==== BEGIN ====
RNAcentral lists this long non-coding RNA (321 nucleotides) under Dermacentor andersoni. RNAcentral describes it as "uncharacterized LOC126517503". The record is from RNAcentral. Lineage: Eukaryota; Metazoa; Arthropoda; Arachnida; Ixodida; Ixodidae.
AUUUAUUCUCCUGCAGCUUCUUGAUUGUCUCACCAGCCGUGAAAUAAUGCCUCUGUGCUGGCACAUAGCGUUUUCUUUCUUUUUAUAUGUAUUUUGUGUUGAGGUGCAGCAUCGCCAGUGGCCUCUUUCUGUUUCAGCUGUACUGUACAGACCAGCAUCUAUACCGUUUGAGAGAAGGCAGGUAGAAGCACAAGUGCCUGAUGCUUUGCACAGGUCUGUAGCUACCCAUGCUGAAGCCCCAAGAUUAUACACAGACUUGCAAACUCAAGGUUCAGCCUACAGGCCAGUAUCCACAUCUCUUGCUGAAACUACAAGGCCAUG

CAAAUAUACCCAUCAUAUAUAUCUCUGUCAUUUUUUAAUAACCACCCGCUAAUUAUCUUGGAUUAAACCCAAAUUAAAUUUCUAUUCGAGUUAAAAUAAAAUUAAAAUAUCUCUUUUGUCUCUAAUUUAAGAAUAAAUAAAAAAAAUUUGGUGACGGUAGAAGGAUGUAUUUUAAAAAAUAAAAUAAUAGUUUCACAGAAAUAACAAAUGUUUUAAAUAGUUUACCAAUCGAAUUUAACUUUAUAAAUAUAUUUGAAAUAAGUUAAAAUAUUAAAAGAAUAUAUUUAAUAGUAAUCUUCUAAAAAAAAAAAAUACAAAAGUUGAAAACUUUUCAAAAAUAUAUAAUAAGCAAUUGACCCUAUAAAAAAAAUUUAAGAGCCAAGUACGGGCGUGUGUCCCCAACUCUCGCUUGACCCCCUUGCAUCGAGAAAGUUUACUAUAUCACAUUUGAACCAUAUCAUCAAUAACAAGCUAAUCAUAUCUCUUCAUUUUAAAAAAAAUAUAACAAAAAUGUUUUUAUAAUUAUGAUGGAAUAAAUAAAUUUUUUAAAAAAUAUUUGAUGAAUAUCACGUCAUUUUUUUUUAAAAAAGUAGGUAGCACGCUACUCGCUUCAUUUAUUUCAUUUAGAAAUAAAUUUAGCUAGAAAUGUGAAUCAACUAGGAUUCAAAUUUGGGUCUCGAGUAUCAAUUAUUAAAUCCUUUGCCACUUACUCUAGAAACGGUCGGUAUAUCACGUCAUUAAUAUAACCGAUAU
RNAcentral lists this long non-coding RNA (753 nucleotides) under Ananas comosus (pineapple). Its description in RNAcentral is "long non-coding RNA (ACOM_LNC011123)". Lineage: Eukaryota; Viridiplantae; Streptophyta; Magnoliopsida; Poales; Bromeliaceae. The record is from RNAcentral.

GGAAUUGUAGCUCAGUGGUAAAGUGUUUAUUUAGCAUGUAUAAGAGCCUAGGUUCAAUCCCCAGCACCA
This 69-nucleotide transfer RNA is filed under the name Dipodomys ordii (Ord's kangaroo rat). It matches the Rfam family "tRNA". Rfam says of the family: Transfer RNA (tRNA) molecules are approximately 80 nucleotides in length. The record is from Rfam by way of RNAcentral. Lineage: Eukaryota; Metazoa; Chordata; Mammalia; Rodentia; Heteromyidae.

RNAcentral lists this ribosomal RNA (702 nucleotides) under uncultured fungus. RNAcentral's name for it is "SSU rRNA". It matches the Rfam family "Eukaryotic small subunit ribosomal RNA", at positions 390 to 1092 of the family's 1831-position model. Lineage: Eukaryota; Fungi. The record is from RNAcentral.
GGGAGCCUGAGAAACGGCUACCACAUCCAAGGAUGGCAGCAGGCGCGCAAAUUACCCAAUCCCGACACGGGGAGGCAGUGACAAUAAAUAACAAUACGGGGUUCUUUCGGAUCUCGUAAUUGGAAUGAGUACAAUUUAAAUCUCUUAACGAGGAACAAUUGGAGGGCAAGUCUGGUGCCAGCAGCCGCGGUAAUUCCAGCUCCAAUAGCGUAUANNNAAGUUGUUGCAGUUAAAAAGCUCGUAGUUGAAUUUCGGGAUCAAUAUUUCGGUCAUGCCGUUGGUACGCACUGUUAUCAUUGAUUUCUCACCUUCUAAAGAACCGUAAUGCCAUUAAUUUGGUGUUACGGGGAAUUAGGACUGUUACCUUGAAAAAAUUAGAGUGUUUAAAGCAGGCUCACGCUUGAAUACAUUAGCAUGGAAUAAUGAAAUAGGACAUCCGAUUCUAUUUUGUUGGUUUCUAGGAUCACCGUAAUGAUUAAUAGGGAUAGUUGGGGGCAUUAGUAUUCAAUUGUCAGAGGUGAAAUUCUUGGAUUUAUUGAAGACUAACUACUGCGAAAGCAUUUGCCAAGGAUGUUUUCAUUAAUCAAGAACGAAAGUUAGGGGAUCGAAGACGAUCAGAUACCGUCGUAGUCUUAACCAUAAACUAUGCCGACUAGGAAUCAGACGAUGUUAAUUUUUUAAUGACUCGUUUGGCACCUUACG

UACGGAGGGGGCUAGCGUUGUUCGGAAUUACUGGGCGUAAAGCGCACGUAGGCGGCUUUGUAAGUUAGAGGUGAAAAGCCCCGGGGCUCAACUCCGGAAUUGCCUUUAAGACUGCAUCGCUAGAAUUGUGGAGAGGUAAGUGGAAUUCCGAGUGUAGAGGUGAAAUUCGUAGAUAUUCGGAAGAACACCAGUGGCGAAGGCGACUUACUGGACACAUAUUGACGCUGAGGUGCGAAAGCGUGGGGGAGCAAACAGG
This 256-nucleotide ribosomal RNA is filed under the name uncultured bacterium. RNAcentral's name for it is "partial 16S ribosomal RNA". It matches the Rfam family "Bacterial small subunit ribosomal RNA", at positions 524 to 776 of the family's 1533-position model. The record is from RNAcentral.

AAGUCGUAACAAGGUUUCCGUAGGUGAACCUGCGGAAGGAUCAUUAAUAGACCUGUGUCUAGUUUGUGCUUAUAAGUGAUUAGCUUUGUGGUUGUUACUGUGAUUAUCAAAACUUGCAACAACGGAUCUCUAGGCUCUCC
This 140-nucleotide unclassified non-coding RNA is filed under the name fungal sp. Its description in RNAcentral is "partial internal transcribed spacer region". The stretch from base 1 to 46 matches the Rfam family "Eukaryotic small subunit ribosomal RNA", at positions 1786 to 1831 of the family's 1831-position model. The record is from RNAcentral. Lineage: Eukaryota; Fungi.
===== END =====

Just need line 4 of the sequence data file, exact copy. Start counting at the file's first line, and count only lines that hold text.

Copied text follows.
RNAcentral lists this long non-coding RNA (753 nucleotides) under Ananas comosus (pineapple). Its description in RNAcentral is "long non-coding RNA (ACOM_LNC011123)". Lineage: Eukaryota; Viridiplantae; Streptophyta; Magnoliopsida; Poales; Bromeliaceae. The record is from RNAcentral.